Growing up in the landlocked, desert climate of Utah, I had never heard of the sport of rowing until my older brother, Curt, went off to college at Harvard. Always a wonderfully talented athlete, he signed up for “crew” to stay in shape and give himself a physical outlet to balance the academic challenge he was beginning. That decision became a life-shaping experience for him, and a four-year adventure for the entire family. The culmination of that extraordinary experience was that his winning crew represented the United States in the 1968 Olympics.
With that personal background, of course I was completely captured when I started reading The Boys in the Boat, by Daniel James Brown. The simple description of this book is that it is the story of the University of Washington rowing crew that represented the United States in the 1936 Olympics in Berlin. But that doesn’t even begin to describe the experience of reading the book. It was an amazing immersion into everything that brought those nine young men to that incredible moment in time, in Hitler’s Germany, when they won the Olympic gold by less than a second.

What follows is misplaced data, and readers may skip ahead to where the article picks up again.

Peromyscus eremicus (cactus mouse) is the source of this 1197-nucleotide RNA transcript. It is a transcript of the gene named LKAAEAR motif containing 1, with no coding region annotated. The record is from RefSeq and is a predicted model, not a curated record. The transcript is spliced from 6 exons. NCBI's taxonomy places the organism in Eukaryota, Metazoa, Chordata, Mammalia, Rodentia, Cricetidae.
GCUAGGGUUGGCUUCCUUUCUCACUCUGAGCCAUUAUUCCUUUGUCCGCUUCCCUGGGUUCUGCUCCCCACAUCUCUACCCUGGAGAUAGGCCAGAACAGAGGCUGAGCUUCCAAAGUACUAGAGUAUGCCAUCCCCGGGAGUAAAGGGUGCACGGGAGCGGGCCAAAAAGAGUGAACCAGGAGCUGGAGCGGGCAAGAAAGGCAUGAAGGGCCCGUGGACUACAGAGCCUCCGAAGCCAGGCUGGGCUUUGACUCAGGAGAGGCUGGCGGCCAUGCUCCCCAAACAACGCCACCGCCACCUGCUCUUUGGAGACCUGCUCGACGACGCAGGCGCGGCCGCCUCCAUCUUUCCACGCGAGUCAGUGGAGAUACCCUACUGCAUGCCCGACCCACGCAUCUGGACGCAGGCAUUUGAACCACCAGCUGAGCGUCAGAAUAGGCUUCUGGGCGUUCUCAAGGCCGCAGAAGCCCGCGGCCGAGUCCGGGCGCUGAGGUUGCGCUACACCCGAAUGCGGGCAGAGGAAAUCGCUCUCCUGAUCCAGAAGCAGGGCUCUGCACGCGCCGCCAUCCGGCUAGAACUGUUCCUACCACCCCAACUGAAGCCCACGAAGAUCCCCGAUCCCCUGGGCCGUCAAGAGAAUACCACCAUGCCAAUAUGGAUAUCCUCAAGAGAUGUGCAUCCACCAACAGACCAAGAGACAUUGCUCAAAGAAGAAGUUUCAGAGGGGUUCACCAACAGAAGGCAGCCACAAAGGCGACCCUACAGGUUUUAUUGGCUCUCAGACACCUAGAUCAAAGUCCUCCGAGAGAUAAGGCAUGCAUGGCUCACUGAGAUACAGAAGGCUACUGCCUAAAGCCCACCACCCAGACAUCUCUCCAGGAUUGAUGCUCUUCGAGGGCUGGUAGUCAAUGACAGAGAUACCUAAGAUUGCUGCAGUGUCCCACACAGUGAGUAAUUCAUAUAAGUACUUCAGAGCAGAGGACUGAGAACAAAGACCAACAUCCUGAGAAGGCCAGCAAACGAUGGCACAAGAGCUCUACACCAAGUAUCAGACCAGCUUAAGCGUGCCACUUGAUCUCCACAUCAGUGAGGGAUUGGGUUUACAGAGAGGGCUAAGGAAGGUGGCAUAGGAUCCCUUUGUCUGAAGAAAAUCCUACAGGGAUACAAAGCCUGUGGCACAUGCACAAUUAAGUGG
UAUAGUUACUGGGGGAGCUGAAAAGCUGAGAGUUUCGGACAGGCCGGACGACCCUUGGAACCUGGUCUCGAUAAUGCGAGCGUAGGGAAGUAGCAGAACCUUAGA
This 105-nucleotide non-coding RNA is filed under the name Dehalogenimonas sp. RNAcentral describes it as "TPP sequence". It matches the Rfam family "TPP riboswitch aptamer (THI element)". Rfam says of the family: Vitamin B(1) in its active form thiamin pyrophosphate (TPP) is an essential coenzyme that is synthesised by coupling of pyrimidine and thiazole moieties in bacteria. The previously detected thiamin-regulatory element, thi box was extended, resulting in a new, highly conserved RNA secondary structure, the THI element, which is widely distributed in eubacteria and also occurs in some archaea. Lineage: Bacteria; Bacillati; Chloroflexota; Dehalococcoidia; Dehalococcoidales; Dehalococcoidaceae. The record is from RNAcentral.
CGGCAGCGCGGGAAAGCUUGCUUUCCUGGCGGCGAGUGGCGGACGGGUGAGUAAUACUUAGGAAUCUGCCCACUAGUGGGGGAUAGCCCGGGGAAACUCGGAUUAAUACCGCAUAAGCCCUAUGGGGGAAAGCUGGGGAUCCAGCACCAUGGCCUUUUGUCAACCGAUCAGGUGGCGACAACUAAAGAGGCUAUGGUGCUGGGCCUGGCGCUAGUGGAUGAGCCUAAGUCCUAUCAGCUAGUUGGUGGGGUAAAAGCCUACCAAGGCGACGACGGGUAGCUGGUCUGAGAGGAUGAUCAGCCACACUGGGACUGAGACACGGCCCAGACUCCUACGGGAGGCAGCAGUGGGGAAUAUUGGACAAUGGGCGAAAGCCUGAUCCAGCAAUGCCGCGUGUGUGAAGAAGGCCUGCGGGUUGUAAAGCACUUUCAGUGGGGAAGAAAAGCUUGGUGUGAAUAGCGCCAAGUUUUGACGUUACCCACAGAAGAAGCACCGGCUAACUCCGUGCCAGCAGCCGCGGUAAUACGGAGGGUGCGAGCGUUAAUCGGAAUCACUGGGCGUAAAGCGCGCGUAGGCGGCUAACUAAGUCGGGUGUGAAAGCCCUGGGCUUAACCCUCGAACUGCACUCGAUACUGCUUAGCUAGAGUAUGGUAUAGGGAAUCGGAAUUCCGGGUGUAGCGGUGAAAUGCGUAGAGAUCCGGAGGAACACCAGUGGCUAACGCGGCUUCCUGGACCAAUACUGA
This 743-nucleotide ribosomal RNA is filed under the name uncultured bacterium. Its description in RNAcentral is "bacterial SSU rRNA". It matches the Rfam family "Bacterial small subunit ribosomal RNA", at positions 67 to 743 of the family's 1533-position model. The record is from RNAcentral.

The book is a fascinating and complete “education” about the elegant sport of rowing, Seattle, life during the depression, the rise of Nazi Germany before the war, and the personal history of Joe Rantz, one of the “boys in the boat.” The research that went into this book was phenomenal, and the care in telling the story equally excellent. I became very attached to Joe, whose life story is compelling. And I loved the descriptions of each race, whether they won or lost, because it read as if I was right there with them. It was a very enjoyable read.
However, it was much more than entertainment. The Boys in the Boat is a story full of life’s lessons. The reader becomes “witness” to the life-transforming experiences these talented young men had as they slowly became a TEAM in every sense of the word. Trust, collaboration, and giving up Self for Team creates the art of rowing. And they worked incredibly hard at their art.
Eight hearts must beat as one in an eight oared shell or you don’t have a crew!
~ George Pocock